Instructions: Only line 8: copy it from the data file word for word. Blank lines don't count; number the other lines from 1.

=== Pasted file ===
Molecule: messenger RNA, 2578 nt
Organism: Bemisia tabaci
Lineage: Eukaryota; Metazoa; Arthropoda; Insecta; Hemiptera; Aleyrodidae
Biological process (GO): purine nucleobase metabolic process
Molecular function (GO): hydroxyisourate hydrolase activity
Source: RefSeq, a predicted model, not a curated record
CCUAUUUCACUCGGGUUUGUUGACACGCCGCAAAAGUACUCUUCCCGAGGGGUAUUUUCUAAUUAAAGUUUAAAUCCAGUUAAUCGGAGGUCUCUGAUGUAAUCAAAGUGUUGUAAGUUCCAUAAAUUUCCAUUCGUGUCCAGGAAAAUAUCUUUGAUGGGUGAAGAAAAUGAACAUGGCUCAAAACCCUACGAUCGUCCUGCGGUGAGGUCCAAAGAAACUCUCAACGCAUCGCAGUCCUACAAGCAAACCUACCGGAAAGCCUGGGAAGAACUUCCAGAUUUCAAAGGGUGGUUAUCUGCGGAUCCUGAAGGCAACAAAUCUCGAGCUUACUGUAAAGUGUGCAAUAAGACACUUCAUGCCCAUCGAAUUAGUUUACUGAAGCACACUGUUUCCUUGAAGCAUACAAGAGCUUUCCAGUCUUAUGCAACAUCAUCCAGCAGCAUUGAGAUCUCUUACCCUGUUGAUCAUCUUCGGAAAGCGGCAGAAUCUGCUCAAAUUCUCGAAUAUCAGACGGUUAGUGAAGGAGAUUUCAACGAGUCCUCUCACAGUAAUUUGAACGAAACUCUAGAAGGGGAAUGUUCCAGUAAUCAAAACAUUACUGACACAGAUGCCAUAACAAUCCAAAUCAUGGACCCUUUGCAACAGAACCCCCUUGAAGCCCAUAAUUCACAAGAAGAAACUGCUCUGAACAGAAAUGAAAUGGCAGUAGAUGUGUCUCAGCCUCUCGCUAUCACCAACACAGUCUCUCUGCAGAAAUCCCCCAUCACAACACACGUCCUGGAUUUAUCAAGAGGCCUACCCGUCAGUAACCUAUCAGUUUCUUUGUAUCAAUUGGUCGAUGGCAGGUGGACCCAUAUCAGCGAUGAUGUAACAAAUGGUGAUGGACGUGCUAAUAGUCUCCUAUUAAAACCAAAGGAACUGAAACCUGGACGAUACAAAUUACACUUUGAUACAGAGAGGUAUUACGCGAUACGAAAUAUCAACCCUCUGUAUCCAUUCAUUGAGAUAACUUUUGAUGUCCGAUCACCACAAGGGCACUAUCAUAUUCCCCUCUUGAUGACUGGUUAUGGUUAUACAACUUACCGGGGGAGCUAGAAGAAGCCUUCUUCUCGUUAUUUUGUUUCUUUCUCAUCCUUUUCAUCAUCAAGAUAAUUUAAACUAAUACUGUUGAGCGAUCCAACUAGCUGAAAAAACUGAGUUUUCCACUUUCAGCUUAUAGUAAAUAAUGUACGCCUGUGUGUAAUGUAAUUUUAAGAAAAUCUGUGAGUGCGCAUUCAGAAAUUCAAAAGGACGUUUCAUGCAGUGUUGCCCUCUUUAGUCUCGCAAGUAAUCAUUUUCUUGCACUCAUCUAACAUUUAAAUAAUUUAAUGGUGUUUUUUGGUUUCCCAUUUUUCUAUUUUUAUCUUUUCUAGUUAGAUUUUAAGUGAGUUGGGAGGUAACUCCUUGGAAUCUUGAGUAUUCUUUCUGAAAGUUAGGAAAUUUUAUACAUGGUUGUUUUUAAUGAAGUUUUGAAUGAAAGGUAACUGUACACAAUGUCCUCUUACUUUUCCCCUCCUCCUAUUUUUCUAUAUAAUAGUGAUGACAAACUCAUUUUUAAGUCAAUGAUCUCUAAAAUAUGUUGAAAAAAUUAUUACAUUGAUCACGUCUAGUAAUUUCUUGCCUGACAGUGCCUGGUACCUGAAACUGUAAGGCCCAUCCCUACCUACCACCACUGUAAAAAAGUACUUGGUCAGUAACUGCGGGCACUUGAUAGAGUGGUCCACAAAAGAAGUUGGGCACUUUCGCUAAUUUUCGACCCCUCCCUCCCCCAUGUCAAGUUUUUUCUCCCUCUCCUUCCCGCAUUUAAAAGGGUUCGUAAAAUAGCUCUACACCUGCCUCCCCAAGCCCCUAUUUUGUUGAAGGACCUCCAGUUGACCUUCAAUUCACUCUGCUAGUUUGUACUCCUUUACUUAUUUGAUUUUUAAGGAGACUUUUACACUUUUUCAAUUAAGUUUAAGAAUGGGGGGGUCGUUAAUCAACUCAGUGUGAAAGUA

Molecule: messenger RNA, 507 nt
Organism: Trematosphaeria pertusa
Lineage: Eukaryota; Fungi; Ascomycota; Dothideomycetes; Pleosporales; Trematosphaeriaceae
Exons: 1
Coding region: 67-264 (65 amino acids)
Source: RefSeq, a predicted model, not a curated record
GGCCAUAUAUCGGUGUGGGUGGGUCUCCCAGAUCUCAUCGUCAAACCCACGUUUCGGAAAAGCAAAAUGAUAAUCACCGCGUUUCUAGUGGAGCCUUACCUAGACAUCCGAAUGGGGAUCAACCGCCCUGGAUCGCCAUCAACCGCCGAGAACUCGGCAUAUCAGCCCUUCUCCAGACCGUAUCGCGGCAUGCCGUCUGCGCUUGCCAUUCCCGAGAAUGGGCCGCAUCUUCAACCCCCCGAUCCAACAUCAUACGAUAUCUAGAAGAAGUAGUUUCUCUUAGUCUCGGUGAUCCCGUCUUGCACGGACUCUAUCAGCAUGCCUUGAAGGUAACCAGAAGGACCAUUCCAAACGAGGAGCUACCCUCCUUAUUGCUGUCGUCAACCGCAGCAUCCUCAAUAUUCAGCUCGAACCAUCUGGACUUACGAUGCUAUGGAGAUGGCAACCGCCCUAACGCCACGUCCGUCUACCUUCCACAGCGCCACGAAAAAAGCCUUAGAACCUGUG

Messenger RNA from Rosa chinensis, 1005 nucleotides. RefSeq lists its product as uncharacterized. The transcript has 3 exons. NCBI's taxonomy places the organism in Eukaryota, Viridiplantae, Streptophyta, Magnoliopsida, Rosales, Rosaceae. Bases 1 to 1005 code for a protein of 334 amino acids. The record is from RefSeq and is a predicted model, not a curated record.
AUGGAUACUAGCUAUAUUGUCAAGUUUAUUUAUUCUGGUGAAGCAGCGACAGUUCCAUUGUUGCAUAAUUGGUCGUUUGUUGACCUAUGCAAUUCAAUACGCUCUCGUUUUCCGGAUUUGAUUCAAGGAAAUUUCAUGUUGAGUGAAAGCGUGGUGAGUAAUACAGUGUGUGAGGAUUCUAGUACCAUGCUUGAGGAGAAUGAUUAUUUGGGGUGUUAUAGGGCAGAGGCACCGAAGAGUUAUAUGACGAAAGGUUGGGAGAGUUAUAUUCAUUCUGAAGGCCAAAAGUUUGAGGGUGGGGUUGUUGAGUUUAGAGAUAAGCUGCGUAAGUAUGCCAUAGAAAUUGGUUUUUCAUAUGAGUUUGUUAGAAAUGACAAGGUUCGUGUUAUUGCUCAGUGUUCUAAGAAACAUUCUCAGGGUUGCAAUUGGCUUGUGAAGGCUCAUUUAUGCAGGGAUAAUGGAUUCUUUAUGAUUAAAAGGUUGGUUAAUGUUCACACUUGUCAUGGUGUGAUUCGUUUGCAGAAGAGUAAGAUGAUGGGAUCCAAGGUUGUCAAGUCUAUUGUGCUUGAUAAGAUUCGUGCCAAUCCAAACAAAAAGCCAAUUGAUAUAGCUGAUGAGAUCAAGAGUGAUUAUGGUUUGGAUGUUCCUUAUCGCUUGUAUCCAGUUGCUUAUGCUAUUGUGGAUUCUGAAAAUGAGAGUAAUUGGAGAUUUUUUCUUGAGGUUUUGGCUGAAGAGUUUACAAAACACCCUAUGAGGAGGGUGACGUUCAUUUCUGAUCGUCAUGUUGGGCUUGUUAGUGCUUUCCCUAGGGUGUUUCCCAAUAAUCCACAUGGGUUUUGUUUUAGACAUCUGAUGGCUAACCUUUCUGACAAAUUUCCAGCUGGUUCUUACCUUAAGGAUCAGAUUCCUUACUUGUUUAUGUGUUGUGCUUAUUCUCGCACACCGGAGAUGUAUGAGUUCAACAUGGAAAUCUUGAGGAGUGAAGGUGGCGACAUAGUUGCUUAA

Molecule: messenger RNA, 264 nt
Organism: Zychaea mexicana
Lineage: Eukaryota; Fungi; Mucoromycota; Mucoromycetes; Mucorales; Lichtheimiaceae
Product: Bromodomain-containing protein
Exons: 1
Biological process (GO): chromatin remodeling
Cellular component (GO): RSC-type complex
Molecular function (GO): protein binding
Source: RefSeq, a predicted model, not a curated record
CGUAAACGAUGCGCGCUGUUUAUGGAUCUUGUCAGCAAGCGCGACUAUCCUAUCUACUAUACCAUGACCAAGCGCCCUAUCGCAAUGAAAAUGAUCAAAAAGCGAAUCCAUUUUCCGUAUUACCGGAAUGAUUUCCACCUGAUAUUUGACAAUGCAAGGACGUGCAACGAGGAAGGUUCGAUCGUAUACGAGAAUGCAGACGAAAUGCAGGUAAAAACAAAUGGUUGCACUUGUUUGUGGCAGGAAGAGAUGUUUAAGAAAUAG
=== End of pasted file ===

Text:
Molecule: messenger RNA, 507 nt